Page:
Island Readers and Writers always offers us a chance to do wonderful programs with authors and illustrators. They've taken it one step farther, now, by teaming up with Vanderbilt University's Aspirnaut Program to offer literature links to science instruction. We've been reading two wonderful books: We Can't All Be Rattlesnakes and The Evolution of Calpurnia Tate. Both of these children's books deal with natural selection and Darwin's Evolution of the Species. The second part of the program is to meet with actual scientists from Vanderbilt over our Polycom.
Here is our new friend, a scientist at the University, Stephanie Zeiger. She took us through a lesson on how birds' beaks evolve over time to better adapt to their food sources. We had several kinds of beans and several kinds of implements that would serve as our beaks. The kids were then timed to see how many beans they could gather in two minutes.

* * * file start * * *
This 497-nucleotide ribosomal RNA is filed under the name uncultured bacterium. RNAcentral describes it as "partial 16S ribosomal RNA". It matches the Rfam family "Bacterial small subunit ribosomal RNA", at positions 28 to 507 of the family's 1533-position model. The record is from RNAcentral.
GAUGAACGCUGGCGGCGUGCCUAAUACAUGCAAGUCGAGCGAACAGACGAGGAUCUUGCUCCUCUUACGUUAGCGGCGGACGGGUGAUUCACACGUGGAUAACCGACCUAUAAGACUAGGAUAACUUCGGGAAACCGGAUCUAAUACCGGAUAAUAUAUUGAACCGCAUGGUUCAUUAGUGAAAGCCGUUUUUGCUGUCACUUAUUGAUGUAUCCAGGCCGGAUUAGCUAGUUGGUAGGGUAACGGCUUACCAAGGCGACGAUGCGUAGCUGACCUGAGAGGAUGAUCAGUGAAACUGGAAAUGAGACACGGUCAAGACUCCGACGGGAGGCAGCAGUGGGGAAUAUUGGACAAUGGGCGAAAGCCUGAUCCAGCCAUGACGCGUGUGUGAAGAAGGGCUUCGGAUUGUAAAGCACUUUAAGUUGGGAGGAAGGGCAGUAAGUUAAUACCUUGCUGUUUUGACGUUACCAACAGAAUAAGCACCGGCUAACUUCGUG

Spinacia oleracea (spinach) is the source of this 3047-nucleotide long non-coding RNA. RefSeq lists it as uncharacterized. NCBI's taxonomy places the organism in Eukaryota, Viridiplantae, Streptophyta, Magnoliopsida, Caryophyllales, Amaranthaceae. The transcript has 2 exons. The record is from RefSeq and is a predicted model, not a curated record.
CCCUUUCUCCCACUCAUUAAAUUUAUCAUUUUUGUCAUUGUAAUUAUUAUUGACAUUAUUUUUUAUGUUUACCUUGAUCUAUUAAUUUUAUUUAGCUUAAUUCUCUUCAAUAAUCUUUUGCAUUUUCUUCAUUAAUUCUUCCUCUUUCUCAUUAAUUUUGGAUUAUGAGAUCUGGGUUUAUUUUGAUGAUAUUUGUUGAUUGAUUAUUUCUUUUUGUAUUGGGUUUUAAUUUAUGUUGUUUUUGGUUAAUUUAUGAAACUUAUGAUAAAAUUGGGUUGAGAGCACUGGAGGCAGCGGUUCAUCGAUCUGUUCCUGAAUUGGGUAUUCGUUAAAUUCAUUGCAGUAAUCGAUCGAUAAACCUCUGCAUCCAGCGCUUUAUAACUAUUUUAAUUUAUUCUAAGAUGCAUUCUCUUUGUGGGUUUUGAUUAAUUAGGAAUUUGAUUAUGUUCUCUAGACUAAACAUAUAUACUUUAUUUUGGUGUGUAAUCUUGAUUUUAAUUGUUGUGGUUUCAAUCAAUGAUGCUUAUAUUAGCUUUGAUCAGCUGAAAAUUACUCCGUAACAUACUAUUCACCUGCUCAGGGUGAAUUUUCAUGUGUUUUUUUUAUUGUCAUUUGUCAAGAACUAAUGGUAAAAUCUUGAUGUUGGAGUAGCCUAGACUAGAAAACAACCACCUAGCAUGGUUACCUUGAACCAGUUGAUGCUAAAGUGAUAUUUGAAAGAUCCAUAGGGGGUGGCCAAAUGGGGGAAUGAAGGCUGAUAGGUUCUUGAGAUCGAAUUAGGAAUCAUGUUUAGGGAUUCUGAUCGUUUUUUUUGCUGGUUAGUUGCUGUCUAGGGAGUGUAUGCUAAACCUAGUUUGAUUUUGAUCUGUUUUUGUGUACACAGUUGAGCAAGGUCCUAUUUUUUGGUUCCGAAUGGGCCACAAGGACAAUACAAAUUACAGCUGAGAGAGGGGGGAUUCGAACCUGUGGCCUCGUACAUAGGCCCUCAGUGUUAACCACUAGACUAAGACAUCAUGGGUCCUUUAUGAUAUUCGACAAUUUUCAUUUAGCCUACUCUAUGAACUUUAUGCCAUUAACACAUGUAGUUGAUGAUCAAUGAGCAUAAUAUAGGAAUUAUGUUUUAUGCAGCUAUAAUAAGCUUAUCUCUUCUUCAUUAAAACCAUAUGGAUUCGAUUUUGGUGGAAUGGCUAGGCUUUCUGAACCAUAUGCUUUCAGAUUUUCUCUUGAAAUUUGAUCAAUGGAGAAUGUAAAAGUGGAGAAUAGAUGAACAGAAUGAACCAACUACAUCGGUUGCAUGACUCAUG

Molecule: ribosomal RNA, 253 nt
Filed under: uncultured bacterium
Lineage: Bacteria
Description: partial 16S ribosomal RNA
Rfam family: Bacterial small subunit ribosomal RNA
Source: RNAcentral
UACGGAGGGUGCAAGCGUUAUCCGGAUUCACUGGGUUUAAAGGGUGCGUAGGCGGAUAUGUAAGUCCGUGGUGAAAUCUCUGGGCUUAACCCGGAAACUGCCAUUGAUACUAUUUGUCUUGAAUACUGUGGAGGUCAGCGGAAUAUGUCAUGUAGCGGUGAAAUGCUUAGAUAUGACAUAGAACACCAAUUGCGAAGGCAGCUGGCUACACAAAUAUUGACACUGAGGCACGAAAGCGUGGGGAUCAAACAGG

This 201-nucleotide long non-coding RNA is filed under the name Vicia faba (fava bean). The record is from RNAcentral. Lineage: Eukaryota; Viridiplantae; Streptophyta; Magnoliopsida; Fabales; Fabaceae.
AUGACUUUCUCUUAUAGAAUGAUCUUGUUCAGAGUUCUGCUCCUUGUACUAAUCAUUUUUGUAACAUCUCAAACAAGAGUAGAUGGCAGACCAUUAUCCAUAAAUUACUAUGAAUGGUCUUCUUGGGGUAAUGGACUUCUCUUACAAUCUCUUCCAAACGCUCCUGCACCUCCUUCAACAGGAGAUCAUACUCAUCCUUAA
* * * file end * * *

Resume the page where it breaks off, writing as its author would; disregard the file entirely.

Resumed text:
Chaos ensued. There were beans flipping all over the place. They LOVED it.
Of course, some implements were easier than others. I hope that I don't ever get stuck as a bird with a beak like chopsticks.
All in all, the data we gathered showed that lima beans were easiest to gather, and that the spoon was the most successful implement. The second round, everyone switched their implements, but we saw a marked increase in all the implements success due to the learning process everyone went through. This brought up a great discussion about adaptations and evolution of species from generation to generation. A great thanks to Jan Coates from IRW and to Dr. Zeiger from Vanderbilt!